More Americans than forecast filed applications for unemployment benefits last week, a sign that the labor market is making progress in fits and starts.
Jobless claims in the week ended Nov. 9 declined 2,000 to 339,000 from a revised 341,000 the week before that was higher than initially reported, the Labor Department said today in Washington. The median forecast of 51 economists surveyed by Bloomberg called for a drop to 330,000. Applications for five states were estimated because of the Veterans Day holiday- shortened week, the Labor Department said.
Companies, already running lean after the recession, are maintaining their workforces to handle any rise in demand as the economy recovers from last month’s government shutdown. A pick- up in consumer spending, which accounts for about 70 percent of the economy, is needed to help drive growth and boost hiring in the fourth quarter.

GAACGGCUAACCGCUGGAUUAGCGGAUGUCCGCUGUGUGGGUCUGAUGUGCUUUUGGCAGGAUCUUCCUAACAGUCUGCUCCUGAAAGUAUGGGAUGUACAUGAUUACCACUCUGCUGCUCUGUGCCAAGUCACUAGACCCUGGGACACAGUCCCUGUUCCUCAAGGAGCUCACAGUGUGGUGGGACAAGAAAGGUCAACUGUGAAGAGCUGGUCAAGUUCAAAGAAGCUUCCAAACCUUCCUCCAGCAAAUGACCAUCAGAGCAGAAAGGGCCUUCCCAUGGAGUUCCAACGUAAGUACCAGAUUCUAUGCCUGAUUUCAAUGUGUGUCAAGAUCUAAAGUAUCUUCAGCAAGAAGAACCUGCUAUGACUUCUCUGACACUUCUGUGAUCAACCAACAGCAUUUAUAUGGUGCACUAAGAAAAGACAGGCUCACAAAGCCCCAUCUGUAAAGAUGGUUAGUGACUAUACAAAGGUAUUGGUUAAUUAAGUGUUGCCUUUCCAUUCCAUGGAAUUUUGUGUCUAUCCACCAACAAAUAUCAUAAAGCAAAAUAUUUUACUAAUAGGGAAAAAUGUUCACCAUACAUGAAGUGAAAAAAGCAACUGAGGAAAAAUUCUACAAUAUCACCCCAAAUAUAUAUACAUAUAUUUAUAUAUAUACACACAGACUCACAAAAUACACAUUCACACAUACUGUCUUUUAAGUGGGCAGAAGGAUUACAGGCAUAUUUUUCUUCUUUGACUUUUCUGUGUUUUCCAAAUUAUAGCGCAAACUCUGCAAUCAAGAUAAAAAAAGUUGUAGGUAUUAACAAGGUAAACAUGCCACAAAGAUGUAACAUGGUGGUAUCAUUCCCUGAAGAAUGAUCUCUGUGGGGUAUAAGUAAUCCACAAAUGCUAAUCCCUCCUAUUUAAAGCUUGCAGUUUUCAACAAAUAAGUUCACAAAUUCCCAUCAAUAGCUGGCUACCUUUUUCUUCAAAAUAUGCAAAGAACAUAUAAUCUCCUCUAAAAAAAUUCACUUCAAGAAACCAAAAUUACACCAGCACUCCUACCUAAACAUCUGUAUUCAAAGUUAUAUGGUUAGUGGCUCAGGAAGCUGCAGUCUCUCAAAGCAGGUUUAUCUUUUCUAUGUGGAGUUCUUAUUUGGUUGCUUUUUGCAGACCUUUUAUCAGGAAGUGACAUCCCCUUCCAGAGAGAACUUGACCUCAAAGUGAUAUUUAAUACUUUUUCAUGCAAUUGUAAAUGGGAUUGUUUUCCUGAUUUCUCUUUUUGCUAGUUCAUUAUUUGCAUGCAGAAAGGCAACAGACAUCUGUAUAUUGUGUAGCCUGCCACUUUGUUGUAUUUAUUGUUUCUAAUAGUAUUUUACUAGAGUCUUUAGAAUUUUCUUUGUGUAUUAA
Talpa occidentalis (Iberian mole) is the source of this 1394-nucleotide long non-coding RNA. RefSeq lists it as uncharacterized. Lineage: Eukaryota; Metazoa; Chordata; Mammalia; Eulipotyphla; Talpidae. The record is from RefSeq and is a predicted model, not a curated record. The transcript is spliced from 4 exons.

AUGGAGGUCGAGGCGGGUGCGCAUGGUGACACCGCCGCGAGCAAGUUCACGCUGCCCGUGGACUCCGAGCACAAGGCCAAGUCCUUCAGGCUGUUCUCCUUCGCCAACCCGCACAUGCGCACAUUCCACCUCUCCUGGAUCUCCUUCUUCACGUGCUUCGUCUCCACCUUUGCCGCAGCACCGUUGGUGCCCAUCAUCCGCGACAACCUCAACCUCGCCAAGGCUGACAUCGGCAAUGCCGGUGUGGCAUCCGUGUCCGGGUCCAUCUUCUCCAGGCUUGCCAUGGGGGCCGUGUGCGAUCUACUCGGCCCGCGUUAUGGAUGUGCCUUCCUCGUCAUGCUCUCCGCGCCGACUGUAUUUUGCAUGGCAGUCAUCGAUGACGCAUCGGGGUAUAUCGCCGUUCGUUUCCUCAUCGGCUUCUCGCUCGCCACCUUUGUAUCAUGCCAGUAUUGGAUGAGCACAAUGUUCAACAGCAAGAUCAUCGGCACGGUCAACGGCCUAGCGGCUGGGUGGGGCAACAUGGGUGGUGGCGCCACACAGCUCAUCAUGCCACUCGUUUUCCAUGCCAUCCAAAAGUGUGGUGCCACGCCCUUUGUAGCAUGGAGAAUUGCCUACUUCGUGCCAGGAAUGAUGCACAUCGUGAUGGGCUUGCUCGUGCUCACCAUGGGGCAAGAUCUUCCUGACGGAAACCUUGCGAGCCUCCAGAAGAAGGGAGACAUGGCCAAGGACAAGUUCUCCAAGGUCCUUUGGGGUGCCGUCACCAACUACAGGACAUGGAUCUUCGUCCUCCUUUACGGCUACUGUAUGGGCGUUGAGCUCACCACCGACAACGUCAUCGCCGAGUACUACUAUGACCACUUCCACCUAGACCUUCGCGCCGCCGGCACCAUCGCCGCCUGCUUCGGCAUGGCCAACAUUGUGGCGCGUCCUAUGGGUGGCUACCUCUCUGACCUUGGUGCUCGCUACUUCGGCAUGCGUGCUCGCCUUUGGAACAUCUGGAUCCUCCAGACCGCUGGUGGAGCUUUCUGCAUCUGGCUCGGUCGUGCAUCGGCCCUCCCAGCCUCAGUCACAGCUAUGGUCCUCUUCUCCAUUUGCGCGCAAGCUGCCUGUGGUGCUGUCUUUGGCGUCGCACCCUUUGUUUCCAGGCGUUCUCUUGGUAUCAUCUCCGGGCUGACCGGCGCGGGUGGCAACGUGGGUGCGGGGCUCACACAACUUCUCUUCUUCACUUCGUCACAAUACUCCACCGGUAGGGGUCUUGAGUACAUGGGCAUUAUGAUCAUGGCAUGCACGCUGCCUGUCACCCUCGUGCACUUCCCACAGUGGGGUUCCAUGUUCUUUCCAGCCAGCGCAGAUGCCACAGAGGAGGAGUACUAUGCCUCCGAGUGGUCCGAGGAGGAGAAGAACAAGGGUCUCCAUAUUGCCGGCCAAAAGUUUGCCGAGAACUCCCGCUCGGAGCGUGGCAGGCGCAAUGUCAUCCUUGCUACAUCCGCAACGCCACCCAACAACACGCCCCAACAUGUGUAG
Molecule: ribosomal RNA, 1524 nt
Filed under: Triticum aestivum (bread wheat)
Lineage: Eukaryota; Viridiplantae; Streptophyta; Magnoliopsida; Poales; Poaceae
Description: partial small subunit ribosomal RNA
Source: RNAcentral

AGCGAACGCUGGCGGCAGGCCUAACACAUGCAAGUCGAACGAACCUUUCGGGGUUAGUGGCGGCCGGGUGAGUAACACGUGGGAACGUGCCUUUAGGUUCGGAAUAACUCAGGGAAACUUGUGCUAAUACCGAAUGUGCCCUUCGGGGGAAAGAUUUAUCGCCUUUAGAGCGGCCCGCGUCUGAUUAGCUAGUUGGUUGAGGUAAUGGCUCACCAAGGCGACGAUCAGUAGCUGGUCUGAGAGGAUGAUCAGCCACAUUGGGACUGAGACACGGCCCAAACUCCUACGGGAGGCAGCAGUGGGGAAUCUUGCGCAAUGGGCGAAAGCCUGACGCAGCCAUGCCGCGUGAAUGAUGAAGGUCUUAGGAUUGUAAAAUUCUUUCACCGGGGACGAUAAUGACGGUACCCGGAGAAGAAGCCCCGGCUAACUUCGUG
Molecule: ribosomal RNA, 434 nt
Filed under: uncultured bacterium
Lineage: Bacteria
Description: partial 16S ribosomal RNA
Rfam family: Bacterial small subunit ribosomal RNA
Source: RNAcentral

“All in all, it’s more of the same in the job market,” Ryan Sweet, senior economist at Moody’s Analytics Inc., said in an interview before the report. “We’re slowly grinding our way higher.”
Economists’ estimates in the Bloomberg survey ranged from 325,000 to 350,000. The prior week’s claims were revised from an initial reading of 336,000.
Other reports to showed worker productivity grew less than forecast in the third quarter and the trade deficit climbed more than projected in September.
The measure of employee output per hour increased at a 1.9 percent annualized rate, after a revised 1.8 percent pace in the prior three months that was lower than last estimated, a Labor Department report showed. The median forecast in a Bloomberg survey of 59 economists called for a 2.2 percent gain. Expenses per worker dropped at a 0.6 percent rate.
The gap between exports and imports increased 8 percent to $41.8 billion, a four-month high, from $38.7 billion in August, the Commerce Department reported. The median forecast in a Bloomberg survey of 72 economists called for a $39 billion deficit.
Stock-index futures held earlier gains after the reports. The contract on the Standard & Poor’s 500 Index maturing in December climbed 0.2 percent to 1,782.6 at 8:33 a.m. in New York after Janet Yellen, President Barack Obama’s nominee to head the Federal Reserve, signaled she plans to continue the central bank’s monetary stimulus.